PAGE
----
What if your dog still stinks to high heaven after spending chaperoned time outside during warm, sunny weather in short durations?

It’s possible the smell from skin and fur germs above or other bodily odors are intensifying with light, heat, and body movement.

Glands and Sweat

Dogs have scent glands called anal sacs that can be a way to mark territory or aid in passing hard stool. Your dog might be doing one or both of these outside, aggravating this gland’s odor.

The colloquial wisdom that dogs do not sweat at all is somewhat of a half-truth. They don’t sweat in the same areas or for the same reasons as humans, but they do sweat, especially around the paws. The merocrine glands in their paw pads are similar to human sweat glands. 

The apocrine sweat glands throughout dogs’ bodies don’t help them cool down, but rather function to help them identify each other through pheromones. This is why many owners notice a trademark salty sweat smell.

Wrinkles and Ears

Additionally, closed off and cavernous spots like ears and skin folds are particularly prone to germs and consequent smells, because they trap more dirt and moisture from the environment outside, breeding more bacteria.

Behaviors

There are also certain behaviors that can either cause some stinkiness on their own or signal an underlying stinky problem. Know what these behaviors are and what they mean to figure out where the scents might originate and how to get rid of them.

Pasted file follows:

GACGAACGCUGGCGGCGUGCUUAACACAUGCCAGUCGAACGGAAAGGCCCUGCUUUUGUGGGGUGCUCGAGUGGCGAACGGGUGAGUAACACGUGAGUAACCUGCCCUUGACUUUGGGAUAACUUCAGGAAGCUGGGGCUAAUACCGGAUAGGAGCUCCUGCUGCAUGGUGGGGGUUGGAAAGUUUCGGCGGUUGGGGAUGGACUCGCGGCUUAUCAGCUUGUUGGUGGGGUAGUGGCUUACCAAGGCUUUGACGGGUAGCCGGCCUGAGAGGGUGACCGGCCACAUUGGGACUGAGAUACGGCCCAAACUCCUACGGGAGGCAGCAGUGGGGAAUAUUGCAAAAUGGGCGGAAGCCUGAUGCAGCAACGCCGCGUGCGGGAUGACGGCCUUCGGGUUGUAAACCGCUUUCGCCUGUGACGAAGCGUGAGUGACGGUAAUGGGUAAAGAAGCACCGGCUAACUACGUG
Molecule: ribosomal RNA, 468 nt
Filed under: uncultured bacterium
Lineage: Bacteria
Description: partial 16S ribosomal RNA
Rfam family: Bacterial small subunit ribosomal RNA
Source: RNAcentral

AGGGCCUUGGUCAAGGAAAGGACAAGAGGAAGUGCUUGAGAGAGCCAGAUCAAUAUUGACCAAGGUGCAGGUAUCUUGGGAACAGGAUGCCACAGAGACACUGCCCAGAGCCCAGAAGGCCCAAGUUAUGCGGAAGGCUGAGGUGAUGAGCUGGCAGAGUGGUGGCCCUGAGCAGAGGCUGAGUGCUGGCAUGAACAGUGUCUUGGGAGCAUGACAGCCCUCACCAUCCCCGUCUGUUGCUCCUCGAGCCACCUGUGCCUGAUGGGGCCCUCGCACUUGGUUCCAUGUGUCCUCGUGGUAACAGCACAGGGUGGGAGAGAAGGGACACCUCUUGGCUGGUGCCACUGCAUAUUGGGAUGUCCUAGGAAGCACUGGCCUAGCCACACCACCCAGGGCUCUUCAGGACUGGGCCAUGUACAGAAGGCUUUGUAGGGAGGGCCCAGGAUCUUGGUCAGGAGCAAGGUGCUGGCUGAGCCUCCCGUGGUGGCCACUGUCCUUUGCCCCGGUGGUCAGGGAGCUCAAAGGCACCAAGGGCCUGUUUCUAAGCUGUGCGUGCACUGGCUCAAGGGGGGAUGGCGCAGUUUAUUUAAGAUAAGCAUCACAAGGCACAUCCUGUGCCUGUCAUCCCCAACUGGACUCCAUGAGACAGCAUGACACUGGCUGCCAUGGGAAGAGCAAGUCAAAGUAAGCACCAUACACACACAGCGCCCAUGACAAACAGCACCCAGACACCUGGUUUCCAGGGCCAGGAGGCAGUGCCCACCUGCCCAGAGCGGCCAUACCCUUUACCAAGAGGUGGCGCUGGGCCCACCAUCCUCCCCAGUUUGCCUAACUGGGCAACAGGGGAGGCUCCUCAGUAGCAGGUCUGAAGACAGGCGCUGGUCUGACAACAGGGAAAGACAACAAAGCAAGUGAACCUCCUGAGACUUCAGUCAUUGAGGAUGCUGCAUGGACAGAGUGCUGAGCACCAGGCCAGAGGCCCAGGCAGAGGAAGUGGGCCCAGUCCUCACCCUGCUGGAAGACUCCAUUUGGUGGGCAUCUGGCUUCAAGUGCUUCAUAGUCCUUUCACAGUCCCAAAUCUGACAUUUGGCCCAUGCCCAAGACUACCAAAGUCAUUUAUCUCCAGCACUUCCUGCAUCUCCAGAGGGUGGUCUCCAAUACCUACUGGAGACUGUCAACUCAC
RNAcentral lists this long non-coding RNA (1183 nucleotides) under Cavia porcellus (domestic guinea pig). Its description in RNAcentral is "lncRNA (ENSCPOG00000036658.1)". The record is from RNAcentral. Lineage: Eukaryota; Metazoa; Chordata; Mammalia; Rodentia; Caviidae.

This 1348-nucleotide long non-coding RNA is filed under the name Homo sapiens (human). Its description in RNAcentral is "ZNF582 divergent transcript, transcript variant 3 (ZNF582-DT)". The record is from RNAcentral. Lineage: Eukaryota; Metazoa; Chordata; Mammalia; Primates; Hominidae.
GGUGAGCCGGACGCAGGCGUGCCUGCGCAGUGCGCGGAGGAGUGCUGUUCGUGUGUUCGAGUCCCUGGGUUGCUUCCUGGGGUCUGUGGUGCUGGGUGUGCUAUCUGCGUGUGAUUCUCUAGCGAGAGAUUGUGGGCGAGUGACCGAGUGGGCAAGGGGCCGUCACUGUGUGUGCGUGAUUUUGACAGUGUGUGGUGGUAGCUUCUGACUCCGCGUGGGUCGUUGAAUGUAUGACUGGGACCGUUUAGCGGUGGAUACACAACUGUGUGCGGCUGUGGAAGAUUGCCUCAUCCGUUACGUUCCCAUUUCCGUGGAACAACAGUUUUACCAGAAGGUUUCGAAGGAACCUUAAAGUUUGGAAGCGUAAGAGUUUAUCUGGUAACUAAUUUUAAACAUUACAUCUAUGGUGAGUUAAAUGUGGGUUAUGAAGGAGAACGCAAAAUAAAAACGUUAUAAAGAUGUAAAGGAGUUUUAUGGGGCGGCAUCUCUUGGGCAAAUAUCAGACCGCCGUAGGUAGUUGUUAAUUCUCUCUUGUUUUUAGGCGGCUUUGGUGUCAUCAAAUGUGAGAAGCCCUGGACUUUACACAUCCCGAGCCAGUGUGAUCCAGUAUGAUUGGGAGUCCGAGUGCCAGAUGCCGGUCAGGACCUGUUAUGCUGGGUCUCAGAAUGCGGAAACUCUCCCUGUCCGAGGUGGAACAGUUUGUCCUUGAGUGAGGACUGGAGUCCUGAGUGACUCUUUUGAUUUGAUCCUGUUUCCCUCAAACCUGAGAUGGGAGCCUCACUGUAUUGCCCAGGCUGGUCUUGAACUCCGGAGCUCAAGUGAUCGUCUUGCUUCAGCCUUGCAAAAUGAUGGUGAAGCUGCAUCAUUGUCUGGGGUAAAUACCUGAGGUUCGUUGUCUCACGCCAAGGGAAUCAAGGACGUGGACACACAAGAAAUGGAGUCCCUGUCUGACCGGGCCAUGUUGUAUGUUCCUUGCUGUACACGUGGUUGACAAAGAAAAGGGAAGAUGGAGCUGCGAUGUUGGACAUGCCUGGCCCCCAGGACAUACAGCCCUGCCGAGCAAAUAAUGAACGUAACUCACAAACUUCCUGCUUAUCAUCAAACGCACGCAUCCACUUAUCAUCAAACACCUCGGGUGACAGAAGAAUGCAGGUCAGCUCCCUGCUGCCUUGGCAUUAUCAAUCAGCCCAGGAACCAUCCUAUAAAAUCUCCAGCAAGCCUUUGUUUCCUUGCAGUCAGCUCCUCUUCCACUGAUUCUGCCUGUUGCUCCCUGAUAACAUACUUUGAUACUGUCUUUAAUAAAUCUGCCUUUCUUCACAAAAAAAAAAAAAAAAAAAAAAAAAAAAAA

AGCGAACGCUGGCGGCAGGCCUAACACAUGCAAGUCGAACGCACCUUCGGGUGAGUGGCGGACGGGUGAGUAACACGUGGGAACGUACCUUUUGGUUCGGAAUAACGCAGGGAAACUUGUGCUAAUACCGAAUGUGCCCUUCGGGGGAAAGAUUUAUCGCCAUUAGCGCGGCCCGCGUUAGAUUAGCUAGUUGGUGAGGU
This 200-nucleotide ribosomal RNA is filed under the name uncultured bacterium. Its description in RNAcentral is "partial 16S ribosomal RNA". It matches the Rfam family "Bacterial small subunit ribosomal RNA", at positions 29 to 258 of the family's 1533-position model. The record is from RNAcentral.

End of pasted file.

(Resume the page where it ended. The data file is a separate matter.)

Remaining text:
Signs of Itchy Butt

You take your dog outside, but they’re having a little trouble making a bowel movement. Later, you catch a whiff of something off and catch your dog butt-scooching. He or she is in all likelihood trying to relieve an impacted and uncomfortable anal sac, which can release a strong odor. If this is happening, consult your vet for help.

They can help express your dog’s anal gland which is as stinky as it sounds!

Scent Marking Activities

Studies on dogs have shown that canines use their natural scent for a variety of purposes that release strong smells. Dogs innately scent mark to claim territory or prey through urination, defecation, and glandular secretions such as ground scratching (remember those paw-pad glands?) 

Scratching usually occurs after doing their business or in the presence of food and items like dead animals, leaving behind scratch marks as a visual indicator and the smell from interdigital glands (between their toes). Don’t be surprised if a fit of rolling, tossing, rubbing, and ground-scratching gets some undesirable, yucky substances on the paws or triggers a sweaty feet smell reminiscent of worn socks.

Are Some Breeds More Likely to Get Stinky Outside?

Since wrinkles and the hollow shafts comprising dog hair catch a lot of smells outside, dogs with more wrinkles and fur can be a bit smellier after an outdoors adventure. 

That’s why floppy ears, the super-oily skin of the basset hound, and the skin folds of pugs, bulldogs, french bulldogs, and especially Chinese shar-peis need extra routine attention, especially after frolicking in the backyard. 

The same goes for the shaggy coats of cocker spaniels, yorkies, and all other ultra-furry or drooly breeds.

Why Does My Dog Play With Gross Stuff Outside?